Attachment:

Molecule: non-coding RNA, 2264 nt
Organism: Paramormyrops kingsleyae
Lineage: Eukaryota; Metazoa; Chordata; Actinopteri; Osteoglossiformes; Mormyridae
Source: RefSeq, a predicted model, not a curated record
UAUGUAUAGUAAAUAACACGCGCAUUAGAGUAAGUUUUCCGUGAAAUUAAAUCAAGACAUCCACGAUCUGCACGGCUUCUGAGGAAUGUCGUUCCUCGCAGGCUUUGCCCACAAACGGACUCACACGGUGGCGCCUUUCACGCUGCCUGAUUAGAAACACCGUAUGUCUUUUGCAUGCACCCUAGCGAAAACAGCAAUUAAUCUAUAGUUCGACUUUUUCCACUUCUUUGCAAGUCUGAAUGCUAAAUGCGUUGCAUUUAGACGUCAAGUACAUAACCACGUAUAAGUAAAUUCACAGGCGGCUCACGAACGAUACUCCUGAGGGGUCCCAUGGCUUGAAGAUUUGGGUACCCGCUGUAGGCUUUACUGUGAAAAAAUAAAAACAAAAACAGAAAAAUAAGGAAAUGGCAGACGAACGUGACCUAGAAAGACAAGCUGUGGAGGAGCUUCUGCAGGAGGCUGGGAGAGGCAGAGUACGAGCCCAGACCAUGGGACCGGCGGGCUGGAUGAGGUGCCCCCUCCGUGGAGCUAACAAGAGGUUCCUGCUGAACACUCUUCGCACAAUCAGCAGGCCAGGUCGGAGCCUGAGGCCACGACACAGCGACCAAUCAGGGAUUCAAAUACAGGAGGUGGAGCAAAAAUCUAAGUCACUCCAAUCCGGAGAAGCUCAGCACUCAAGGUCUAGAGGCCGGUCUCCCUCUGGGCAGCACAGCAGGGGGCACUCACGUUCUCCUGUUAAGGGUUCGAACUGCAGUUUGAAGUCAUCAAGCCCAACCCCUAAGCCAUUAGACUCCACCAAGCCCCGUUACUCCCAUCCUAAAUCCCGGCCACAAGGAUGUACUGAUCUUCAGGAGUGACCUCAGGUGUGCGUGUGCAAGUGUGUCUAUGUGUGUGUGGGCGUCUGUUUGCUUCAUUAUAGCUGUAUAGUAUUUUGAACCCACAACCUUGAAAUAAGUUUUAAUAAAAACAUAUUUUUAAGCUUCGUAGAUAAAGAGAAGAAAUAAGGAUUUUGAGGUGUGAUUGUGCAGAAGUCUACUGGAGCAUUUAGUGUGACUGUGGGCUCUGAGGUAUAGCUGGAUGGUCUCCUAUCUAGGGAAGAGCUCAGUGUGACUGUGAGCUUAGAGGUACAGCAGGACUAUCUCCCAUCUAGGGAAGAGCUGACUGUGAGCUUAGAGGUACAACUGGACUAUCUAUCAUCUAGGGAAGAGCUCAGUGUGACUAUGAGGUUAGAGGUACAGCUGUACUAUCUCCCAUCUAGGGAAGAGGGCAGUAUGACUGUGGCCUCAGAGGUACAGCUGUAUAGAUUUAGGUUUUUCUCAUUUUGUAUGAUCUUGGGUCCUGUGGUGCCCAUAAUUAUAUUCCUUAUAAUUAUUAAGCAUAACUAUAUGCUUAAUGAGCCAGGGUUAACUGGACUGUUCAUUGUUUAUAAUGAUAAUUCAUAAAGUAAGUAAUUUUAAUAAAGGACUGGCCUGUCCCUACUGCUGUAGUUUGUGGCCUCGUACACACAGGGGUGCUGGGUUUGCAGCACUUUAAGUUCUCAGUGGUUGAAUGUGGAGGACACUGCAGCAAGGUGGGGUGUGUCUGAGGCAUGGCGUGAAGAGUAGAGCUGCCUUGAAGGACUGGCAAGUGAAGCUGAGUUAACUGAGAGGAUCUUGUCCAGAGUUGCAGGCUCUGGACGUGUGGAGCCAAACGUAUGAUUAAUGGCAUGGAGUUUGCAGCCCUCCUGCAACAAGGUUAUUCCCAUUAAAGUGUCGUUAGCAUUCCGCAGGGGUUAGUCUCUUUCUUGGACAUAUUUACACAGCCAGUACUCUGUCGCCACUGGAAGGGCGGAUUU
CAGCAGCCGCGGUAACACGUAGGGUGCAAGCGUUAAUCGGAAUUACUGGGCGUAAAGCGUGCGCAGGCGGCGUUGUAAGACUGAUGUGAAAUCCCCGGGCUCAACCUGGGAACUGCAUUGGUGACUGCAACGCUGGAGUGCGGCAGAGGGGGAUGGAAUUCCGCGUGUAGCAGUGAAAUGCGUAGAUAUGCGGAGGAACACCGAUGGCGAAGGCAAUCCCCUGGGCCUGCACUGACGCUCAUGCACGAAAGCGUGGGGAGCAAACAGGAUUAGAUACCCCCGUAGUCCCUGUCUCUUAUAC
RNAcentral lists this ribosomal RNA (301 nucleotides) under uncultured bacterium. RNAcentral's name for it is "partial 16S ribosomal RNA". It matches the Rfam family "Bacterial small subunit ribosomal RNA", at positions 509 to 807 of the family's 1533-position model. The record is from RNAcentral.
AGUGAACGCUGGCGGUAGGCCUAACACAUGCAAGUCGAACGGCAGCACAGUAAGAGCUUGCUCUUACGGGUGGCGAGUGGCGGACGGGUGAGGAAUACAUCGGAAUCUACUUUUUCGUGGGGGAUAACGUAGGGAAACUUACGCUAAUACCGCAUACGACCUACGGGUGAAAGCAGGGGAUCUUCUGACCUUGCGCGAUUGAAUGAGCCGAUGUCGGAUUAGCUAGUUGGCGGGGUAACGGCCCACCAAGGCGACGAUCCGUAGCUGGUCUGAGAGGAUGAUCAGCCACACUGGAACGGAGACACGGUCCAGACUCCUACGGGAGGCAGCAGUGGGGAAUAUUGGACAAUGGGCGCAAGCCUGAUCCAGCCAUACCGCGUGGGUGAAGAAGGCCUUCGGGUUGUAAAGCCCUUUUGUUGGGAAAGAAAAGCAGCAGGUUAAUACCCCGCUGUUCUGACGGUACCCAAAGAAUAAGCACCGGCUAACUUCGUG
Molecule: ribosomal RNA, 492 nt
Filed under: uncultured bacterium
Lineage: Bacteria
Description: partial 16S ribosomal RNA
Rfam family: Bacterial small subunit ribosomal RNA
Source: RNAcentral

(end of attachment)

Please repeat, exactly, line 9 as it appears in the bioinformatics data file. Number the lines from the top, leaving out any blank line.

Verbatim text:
Molecule: ribosomal RNA, 492 nt